Monday, March 14, 2016

In Poland, Turning Against 1989

In Poland, democracy is under assault by the winners of the most recent elections, Jaroslaw Kaczynski's Law and Justice Party. These elected authoritarians, much like Vladimir Putin, are defining themselves by rejecting the revolution of 1989. But whereas Putin acts like the fall of Communism was a bad thing, since it led to the collapse of Soviet power, the Polish government believes that the revolution did not go far enough. The government is trumpeting new evidence that Lech Walensa spied for the communist secret police in the 1970s to show that the revolution was nothing but a sham. Ivan Krastev explains:
Antoni Macierewicz, the current Polish defense minister, claimed bluntly that Mr. Walesa’s police file proved that “post-Communist Poland was a product of the secret police and not of democratically elected institutions.”

It is one thing to have to defend the 1989 revolution in “defeated” Russia. But why is it suddenly so hard to do so in victorious Poland, where people are freer and more prosperous than ever before and where Solidarity is a national icon?

The irony of the current wave of revisionism is that 1989 is rejected for the same reasons that it has long been acclaimed, namely its absence of radicalism. The fact that it chose to integrate the old elites instead of persecuting them has turned out to be, at once, the revolution’s lasting achievement and its ultimate Achilles’ heel.

The populist insurgency feverishly advancing in Poland, Hungary and other parts of Eastern Europe is a rebellion against moderates and moderation. The events of 1989 are condemned as little more than an ingenious plot to transform the elites’ political power into economic power (“meet the new boss, same as the old boss.”)

In this narrative, 1989 marks the liberation not of the people, but of the Communist elites. They were liberated from fear (of party purges and anti-Communist uprisings), guilt, ideology, the chains of community and even national loyalty — before they had the privilege to travel; now they have the right to be part of the West. Before they ran the country, but now they own it. The shadow power of the old elites has become the ultimate explanation for everything that went wrong after 1989 — rising inequality, betrayed expectations.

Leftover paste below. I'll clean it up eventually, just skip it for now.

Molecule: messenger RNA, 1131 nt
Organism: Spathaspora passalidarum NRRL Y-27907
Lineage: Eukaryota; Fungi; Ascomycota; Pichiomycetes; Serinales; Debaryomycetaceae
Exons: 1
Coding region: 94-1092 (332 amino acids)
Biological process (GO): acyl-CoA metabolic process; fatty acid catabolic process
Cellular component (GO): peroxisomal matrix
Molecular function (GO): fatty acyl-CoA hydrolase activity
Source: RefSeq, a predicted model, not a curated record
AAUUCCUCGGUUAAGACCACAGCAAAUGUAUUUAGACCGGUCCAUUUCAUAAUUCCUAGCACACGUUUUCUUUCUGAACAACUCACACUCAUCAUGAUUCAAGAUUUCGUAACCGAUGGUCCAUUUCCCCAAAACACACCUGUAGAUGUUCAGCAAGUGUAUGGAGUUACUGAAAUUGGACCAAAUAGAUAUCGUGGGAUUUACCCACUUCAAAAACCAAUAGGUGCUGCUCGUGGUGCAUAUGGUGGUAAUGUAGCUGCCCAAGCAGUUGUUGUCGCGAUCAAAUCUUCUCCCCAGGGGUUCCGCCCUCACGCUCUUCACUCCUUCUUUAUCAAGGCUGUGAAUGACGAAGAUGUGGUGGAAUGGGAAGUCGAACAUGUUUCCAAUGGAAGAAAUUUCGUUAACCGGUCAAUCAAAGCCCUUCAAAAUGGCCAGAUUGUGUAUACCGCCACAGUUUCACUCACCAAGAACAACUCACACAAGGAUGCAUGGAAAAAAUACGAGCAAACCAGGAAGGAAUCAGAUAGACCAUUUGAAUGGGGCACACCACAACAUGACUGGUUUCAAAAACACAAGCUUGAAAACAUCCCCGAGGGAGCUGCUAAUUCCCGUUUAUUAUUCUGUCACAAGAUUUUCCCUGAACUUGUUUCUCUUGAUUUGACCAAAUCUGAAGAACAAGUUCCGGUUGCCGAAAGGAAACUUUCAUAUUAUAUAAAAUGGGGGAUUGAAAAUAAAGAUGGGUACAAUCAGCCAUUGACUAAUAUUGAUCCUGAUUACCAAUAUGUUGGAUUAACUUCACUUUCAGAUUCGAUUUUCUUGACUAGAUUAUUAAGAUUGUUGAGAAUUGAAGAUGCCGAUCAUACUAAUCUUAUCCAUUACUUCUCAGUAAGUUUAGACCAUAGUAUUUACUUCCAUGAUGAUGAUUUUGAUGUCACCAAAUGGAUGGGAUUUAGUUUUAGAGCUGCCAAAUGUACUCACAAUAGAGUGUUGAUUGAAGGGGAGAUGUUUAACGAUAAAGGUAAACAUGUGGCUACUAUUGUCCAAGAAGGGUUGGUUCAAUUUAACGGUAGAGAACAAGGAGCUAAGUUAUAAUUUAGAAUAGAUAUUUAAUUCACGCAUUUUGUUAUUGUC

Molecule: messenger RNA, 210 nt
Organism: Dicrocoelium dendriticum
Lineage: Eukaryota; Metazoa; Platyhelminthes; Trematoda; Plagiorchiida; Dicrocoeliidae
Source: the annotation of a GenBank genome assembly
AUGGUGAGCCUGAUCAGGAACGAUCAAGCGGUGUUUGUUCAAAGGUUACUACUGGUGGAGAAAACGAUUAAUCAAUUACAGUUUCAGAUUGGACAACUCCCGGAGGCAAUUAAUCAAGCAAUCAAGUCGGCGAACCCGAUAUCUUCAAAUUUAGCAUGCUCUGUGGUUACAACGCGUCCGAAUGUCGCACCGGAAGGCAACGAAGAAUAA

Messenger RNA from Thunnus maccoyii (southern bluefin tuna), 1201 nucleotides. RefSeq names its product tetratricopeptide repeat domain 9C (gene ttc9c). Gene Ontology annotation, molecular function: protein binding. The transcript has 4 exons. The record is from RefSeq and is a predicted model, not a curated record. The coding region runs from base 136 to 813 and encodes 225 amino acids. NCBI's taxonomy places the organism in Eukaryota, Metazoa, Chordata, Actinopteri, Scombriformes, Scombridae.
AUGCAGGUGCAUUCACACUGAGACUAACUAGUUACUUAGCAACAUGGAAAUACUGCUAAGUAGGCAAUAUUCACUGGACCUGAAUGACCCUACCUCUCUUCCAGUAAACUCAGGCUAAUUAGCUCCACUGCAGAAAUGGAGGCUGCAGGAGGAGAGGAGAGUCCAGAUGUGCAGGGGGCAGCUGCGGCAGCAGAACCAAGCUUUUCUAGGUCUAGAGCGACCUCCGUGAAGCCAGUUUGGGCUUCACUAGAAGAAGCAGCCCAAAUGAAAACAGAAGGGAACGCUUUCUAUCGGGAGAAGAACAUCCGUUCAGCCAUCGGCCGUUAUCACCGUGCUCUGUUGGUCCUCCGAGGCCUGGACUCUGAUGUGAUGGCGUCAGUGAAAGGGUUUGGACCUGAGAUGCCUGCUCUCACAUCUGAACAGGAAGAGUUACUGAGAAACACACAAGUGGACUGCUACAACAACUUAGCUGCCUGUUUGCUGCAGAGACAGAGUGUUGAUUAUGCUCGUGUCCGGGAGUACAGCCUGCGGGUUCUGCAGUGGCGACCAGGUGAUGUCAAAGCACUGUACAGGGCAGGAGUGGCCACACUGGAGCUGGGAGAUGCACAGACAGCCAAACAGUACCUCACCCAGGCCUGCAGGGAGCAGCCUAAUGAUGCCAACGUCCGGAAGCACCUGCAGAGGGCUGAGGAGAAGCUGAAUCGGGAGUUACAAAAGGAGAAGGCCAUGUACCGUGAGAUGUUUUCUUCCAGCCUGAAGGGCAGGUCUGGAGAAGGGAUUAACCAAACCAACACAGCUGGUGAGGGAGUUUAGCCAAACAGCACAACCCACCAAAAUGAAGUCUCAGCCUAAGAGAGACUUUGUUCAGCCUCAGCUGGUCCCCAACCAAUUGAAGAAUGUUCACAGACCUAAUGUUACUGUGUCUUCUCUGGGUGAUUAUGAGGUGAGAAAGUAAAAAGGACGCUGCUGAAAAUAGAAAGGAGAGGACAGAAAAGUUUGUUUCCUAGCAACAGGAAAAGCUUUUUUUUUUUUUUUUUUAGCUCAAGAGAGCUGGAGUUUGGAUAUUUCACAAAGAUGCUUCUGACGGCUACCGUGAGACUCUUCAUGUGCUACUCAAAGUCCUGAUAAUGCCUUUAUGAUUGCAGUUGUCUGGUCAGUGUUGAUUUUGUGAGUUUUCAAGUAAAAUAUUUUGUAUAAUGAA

I find this quite disturbing. Poland was for a while such a success story, where the longing to live in a "normal country" led to a remarkable flowering of democracy, a free press, and so on. But that was not enough for some Poles, who wanted more than to become an economic and political satellite of Germany and France. They are expressing their frustration through attacks on the compromises that brought their democracy into being.

The problems that brought us Donald Trump are not just American, and in fact many other countries have them much worse than we do.

1 comment:

szopen said...

After many years after fall of communism, it was calculated that 80% or so of medium sized and big companies was in the posession of the former nomenclatura. The media for years were boasting about inevitable tryumph of modernity and liberalism, while scolding right-wingers and generally expressing the attitude which could be summarised in the sentence "we do not have to discuss with you, you are not worthy and besides you will die out in no time". In 90s special services carried several actions aimed at the legal opposition (right wing) causing its fragmentation. In a result and because of the 5% entry barrier, the most underrepresentative Sejm was elected, which then passed in 1996 a constitution, which then barely passed in a referendum with barely enough turnout.

No one ever was punished for special services illegal actions. While court confirmed that the actions were illegal, it also stated that it was so long ago that the punishments cannot be executed.

Special services also illegally investigated dozens of right-wing journalists, and used their illegally kept records even in private cases against said journalists. Special service raided a location of right-wing newspaper to get their laptop, in order to get the names of their informers.

In the other news, common citizens who had bad luck to get on nerves on local bonzos were illegally kept for dozen of years inside psychiatric hospital. Others were arrested and put to jail, when they awaited trials for months.

The wife of my friend could not find any work in a small city until she got political protection. She got a minor position in railway - she needed a effing political protection to get a minor job with poor salary. The wife of my wife's brother had the bad luck of being in the way of wife of local bonzo, her car was hit by the car of bonzo's wife. Despite witnesses being shown to be lying (e.g. a policeman claimed he saw the bonzo's wife for the first time in his life, despite being related to her), guess who had to pay for the accident?

When rightwingers organised huge marches (e.g. independence day march), it was pretty much proven that there were police provocateurs which were there to incite violence (one can find youtube videos showing people without uniforms within police ranks and then the same people in the crowd behaving violently; you can also find youtube videos when police and non-uniformed people attacked passser-byes, kicking them with no provocation at all).

At the same time, public media and most of the newspapers were saying everything is all right, we have perfectly functioning democracy. No one in the west was complaining about all this thing. No one was complaining when previous government broke constitution and elected two more constitutional judges than it could, just to ensure it would have majority in next few years - and three another judges were barely constitutional.

It was not revolt against democracy. It was a revolt against corrupted system and shortcomings of democracy.